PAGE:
Name – White Night (백야)
Year – 2012
Director – Leesong Hee-il (이송희일)
Actors – Won Tae-hee, Lee I-kyeong
As part of the BFI Lesbian and Gay Film Festival earlier this year, we got the chance to watch Leesong Hee-il’s latest releases from 2012. The three films, White Night, Suddenly, Last Summer and Going South (2012) were originally meant to be a trilogy of short films, but White Night got extended to a full length feature film and was the first Leesong film to be shown at the LGBT Film Festival. All three films feature a similar concept where you follow two Korean gay men who embark on an emotional journey of self-discovery for a prolonged period of time. In White Night we follow flight attendant Won-gyu during his first night in South Korea after a 2 year self-imposed exile. The film opens with Won-gyu meeting his ex-boyfriend under a bridge; a tense reunion with the scars of the past relationship obviously still raw. Won-gyu is a man of very little words but through their interactions we learn that something had caused him to start his own exile and his one night back in South Korea may have other motives.
As the night goes on, we find that Won-gyu has made arrangements to meet an anonymous man he met online for what we assume is a booty call. But as the extremely silent and mysterious Won-gyu leads chatty hot date Tae-joon up a mountain to an isolated public toilet over looking the city, the booty call fails as Tae-joon is not a easy man, he requires wooing first. But for some reason, even after their falling out and a dramatic zooming away on his motorcycle, Tae-joon finds it hard to leave Won-gyu’s side. As the night goes on we learn why Won-gyu avoided returning to South Korea for two years and we watch as Tae-joon helps Won-gyu come to terms with his traumatic past.
I hear the news of the assault and it was really surprising even to me. I’ve been an activist for gay rights, and I thought I’d seen everything, but even for me it was very shocking that it happened in 2011, when I thought that Korean society had become much better. It wasn’t what I expected. These kinds of incidents are like what happened in the late ’60s and ’70s in western and European society, but it happened here, now, and it was really alarming
– Leesong Hee-il, Source: Hanguk Yeonghwa
When Leesong was writing the script, he heard about a homophobic assault in Jongno, Seoul, in 2011 and took inspiration from this event for White Night. We watch Won-gyu and Tae-joon share a drink and things take a dramatic change as Won-gyu suddenly confronts someone who we later find out was involved in the incident that lead to his self-imposed exile. After a wild chase ensues, the audience along with Tae-joon learns of the traumatic past of Won-gyu and we also get some incite into the characters. A similarity in Leesong’s trilogy is that one of the male protagonists is always a lot more easy going and accepting of their sexuality than the other. Here we find out how Tae-joon accidentally outed himself to his family and how even though his mother disapproves of his homosexuality, he still lives at home, doesn’t care and just gets on with life, whereas Won-gyu was so traumatised that he runs away and even on his one and only night back in South Korea he doesn’t consider contacting his family. This reflects the two very differing attitudes and experiences of the two characters as a homosexual in contemporary Seoul.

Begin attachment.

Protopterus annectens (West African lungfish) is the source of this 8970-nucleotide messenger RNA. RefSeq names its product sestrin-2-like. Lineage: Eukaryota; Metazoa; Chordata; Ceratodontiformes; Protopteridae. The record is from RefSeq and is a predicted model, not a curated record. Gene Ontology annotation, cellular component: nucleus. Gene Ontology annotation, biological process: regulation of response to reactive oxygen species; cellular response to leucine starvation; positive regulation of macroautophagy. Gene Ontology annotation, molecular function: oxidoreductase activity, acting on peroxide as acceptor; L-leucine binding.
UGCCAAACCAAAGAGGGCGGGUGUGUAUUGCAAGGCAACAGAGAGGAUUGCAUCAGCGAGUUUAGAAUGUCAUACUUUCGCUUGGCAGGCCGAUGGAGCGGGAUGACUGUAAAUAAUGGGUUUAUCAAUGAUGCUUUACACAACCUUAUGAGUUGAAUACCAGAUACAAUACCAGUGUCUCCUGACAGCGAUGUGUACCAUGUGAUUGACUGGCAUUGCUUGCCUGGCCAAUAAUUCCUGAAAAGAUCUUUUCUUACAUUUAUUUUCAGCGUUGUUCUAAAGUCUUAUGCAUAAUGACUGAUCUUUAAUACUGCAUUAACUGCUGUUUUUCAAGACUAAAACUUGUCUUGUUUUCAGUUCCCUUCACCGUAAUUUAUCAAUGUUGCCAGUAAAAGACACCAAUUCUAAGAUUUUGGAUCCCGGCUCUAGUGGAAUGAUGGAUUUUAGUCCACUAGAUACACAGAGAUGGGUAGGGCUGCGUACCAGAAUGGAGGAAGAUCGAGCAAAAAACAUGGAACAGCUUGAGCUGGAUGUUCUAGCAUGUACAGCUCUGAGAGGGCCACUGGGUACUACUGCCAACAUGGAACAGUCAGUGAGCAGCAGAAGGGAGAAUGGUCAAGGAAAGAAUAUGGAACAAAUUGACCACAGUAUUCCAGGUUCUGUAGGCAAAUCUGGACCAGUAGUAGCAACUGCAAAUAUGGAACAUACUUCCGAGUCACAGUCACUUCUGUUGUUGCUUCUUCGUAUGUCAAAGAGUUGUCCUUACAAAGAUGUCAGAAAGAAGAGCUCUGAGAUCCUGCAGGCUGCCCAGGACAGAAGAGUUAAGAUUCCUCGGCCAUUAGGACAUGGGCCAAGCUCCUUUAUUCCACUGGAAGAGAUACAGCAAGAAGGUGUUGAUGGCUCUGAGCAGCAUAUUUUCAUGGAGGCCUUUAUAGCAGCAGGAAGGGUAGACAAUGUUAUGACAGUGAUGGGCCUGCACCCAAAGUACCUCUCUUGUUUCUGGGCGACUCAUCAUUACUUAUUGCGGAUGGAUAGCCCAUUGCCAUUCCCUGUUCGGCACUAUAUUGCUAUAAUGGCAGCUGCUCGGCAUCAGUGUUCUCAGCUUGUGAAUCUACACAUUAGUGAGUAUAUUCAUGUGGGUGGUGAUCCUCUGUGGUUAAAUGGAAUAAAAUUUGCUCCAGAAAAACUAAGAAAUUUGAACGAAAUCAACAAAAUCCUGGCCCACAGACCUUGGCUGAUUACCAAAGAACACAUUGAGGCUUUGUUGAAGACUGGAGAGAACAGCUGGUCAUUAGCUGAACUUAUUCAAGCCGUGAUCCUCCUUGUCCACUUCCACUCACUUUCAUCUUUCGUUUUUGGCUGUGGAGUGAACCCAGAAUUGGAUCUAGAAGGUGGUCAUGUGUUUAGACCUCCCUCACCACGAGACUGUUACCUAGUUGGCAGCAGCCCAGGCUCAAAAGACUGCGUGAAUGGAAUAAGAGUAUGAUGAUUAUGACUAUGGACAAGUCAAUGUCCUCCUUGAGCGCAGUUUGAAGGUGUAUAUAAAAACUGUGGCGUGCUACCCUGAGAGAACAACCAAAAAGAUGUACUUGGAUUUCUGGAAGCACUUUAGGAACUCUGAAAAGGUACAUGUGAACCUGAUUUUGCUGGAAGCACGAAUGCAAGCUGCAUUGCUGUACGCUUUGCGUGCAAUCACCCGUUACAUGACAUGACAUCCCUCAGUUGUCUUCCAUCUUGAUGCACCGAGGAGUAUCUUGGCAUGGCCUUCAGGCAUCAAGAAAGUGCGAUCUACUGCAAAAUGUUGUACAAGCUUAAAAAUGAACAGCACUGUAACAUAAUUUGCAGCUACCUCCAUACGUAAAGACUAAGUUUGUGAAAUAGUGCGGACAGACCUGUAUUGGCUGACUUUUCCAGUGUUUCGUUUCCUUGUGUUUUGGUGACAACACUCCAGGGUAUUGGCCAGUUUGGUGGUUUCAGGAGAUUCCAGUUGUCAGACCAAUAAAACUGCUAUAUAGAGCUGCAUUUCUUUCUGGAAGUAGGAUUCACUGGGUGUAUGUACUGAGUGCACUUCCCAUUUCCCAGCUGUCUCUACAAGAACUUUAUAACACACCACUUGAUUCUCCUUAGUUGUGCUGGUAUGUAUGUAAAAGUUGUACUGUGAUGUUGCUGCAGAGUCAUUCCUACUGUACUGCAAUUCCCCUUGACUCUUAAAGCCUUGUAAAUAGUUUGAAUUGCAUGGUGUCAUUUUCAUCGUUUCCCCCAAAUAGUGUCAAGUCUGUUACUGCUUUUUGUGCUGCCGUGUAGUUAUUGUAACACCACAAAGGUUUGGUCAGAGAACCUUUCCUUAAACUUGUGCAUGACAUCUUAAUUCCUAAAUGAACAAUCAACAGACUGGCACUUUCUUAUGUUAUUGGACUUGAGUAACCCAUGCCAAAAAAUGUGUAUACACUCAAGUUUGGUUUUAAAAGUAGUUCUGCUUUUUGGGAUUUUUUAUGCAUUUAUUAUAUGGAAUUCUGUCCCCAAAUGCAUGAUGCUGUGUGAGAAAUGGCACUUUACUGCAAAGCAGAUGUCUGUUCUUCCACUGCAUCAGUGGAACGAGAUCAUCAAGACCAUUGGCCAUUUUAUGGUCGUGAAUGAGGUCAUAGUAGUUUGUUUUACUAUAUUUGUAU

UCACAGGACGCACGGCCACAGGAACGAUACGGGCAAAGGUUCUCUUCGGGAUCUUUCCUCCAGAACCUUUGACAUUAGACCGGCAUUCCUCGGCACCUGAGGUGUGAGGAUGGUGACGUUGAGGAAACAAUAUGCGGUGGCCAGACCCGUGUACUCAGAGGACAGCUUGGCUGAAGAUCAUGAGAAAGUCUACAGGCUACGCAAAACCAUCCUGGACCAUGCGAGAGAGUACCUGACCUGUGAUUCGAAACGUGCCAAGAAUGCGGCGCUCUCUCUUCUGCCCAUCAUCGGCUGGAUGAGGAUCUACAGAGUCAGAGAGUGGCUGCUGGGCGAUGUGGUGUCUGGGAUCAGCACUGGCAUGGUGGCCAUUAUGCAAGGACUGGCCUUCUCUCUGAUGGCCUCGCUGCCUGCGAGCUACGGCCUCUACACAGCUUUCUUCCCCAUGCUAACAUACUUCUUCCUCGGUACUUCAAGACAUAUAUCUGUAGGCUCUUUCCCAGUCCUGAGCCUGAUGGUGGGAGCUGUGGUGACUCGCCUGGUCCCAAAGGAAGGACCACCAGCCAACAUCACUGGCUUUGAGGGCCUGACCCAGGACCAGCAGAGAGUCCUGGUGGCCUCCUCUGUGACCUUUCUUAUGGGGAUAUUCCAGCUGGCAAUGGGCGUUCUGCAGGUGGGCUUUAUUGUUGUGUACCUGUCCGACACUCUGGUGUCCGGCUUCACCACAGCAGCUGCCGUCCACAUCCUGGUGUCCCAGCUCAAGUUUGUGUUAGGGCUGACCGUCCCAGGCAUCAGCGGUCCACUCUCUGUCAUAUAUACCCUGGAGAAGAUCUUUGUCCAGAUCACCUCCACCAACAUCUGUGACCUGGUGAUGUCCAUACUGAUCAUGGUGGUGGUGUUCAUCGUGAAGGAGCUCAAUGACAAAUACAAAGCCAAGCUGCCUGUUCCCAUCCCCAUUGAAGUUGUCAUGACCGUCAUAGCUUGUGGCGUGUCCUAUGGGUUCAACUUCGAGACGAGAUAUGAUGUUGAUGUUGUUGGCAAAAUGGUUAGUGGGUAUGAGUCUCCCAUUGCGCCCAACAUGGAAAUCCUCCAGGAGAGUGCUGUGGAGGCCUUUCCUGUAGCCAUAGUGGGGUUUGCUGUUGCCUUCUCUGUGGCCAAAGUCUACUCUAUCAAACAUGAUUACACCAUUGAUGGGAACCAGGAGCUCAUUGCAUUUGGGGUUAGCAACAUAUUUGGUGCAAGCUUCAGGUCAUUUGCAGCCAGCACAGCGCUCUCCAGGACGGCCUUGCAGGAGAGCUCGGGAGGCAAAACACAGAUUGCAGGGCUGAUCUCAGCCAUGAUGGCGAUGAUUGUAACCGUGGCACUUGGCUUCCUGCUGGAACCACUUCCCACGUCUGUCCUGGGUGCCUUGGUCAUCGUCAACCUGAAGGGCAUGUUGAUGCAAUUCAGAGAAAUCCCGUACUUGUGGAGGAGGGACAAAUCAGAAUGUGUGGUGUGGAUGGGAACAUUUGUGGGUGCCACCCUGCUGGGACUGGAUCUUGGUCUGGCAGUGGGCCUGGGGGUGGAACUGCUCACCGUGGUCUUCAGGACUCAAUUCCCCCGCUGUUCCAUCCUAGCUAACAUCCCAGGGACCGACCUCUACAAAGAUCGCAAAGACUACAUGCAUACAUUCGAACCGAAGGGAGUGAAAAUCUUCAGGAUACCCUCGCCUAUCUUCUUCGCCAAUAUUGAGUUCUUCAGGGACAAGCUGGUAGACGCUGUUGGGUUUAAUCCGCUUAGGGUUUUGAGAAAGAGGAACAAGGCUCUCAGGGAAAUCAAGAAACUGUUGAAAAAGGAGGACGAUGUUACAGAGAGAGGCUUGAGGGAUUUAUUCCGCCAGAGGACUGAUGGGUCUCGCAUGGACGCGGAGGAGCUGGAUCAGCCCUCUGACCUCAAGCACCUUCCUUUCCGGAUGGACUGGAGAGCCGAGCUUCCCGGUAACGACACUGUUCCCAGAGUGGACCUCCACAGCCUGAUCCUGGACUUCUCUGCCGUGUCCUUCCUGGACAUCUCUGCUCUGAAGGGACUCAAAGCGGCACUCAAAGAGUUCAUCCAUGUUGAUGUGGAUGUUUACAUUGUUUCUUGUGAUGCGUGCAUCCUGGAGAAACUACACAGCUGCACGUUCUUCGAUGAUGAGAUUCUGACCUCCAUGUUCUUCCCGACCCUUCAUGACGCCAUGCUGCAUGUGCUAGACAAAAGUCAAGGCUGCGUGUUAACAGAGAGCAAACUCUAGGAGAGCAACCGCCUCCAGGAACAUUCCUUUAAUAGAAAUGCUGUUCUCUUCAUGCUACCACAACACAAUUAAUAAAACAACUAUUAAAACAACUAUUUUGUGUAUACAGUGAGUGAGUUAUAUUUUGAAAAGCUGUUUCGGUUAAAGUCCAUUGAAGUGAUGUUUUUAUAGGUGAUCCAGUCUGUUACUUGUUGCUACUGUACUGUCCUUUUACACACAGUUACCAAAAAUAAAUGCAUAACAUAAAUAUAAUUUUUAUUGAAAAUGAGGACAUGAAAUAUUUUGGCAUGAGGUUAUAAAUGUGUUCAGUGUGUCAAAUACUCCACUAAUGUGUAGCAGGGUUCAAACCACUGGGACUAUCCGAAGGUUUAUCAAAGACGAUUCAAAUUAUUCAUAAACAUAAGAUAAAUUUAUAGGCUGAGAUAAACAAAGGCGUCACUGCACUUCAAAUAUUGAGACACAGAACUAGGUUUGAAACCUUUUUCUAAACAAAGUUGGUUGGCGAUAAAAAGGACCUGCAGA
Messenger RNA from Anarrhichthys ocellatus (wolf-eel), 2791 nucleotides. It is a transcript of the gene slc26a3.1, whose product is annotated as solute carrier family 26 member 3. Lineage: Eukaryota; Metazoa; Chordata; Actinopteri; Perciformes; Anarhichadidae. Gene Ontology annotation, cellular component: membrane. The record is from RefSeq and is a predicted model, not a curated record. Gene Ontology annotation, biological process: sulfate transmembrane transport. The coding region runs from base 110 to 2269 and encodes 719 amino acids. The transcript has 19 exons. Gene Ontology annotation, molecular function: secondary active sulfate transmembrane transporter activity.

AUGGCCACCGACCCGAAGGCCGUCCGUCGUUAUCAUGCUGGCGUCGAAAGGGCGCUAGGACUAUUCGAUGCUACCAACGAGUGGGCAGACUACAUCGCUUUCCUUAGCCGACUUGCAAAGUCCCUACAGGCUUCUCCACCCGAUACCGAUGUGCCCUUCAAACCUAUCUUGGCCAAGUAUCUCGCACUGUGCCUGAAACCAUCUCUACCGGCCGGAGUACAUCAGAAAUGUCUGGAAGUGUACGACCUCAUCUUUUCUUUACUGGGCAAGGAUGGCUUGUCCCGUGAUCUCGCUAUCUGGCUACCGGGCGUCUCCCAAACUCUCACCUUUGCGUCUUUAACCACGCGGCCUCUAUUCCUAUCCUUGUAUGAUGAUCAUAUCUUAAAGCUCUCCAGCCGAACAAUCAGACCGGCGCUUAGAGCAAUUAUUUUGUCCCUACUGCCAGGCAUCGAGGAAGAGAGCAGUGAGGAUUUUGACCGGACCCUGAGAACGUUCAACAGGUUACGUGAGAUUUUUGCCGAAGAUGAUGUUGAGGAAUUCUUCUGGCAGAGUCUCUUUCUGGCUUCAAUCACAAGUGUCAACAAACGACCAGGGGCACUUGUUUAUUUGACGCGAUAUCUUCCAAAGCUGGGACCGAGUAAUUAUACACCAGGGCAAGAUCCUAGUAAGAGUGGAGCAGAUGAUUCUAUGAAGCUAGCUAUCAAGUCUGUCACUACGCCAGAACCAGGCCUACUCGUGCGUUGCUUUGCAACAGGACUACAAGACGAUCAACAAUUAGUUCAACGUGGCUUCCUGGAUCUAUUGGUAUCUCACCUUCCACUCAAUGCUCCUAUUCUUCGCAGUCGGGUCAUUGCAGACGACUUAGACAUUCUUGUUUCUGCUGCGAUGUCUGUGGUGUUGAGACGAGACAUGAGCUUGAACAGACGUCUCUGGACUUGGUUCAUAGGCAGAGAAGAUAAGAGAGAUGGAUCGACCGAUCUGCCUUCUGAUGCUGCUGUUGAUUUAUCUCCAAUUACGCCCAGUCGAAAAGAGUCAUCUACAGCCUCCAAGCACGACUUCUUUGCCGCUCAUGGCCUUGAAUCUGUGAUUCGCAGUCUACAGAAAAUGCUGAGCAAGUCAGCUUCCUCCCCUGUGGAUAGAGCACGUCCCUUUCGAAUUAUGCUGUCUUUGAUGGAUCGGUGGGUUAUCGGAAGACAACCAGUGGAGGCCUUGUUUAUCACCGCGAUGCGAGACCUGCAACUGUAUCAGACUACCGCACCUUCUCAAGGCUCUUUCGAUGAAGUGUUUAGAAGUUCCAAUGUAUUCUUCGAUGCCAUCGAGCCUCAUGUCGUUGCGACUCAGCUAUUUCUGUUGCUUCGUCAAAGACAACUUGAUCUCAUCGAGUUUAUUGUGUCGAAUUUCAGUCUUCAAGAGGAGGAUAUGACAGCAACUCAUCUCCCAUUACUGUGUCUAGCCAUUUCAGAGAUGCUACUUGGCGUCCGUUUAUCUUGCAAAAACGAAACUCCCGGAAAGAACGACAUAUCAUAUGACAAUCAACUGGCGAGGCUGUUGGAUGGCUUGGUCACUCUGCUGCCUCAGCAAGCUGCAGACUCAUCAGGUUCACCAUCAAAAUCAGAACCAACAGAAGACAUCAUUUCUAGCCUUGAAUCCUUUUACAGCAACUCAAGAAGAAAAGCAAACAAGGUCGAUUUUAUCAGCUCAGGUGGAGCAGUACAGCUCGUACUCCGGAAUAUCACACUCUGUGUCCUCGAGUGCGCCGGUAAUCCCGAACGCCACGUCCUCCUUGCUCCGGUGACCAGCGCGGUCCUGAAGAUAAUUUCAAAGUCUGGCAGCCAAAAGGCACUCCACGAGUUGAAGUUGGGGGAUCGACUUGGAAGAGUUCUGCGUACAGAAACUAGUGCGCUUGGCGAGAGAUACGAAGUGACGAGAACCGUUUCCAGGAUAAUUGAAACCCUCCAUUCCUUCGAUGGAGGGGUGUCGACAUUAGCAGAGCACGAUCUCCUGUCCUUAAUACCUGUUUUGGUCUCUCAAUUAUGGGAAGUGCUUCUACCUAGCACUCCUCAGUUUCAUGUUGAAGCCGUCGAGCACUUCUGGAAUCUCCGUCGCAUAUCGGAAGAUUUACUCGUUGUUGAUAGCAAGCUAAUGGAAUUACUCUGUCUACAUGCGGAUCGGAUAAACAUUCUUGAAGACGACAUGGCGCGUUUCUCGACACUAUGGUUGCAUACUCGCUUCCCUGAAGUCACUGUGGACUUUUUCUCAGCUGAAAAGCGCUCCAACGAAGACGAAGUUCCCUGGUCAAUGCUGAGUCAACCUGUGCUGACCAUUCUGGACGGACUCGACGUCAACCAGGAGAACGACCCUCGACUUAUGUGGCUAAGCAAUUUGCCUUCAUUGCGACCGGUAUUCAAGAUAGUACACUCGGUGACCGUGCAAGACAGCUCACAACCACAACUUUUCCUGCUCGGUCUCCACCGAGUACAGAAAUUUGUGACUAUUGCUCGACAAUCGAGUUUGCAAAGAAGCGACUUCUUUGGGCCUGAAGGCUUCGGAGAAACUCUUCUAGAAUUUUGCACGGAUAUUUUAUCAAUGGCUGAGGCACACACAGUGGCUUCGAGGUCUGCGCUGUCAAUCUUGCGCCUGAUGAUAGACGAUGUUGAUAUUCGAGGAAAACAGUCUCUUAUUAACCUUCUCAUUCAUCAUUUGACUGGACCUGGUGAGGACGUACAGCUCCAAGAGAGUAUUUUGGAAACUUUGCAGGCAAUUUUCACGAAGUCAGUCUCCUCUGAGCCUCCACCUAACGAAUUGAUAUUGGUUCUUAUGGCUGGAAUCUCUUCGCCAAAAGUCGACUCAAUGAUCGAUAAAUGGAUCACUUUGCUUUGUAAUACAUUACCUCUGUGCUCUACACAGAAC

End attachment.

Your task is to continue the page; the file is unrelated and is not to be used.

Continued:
White night is a very captivating film, everything happens after dark which allows for some amazingly beautiful shots of night time Seoul. With Leesong’s trilogy you’ll notice that the director has chosen a distinct colour palette for each film, especially in the clothing, to reflect the different attitudes of the characters. In White Night Tae-joon is dressed in a bright orange jacket; an homage to James Dean in Rebel Without A Cause (source), but also to contrast his bright and optimistic attitude to Won-gyu, who is always dressed in dark colours. Won-gyu almost blends in with the night like he’s trying to hide away compared to the upfront Tae-joon. The bright orange ensures that even in the dark night he can be seen, displaying his confident attitude.
Throughout the film, Won-gyu barely speaks but Leesong is very clever in using little subtle actions to reveal certain characteristics. Won-gyu is constantly chewing gum, it almost becomes a nervous tick which gives the audience a hint that maybe he’s not as confident as he seems. He doesn’t give away much information about himself but his mannerisms, such as his silence and the way he’s stares into space, gives the audience an inkling to a possible internal conflict which keeps us interested in his character. Although saying this, it does become very frustrating, especially by a certain point where most of the audience has already figured out what happened, but Won-gyu drags out this moody act just a bit too long. Luckily Tae-joon is a very fun and sincere character, he obviously has a MASSIVE crush on Won-gyu, so as the audience watches, we’re really gunning for Won-gyu to open up to Tae-joon and perhaps embark on a beautiful romance. But we must remember this is a Korean film at the end of the day…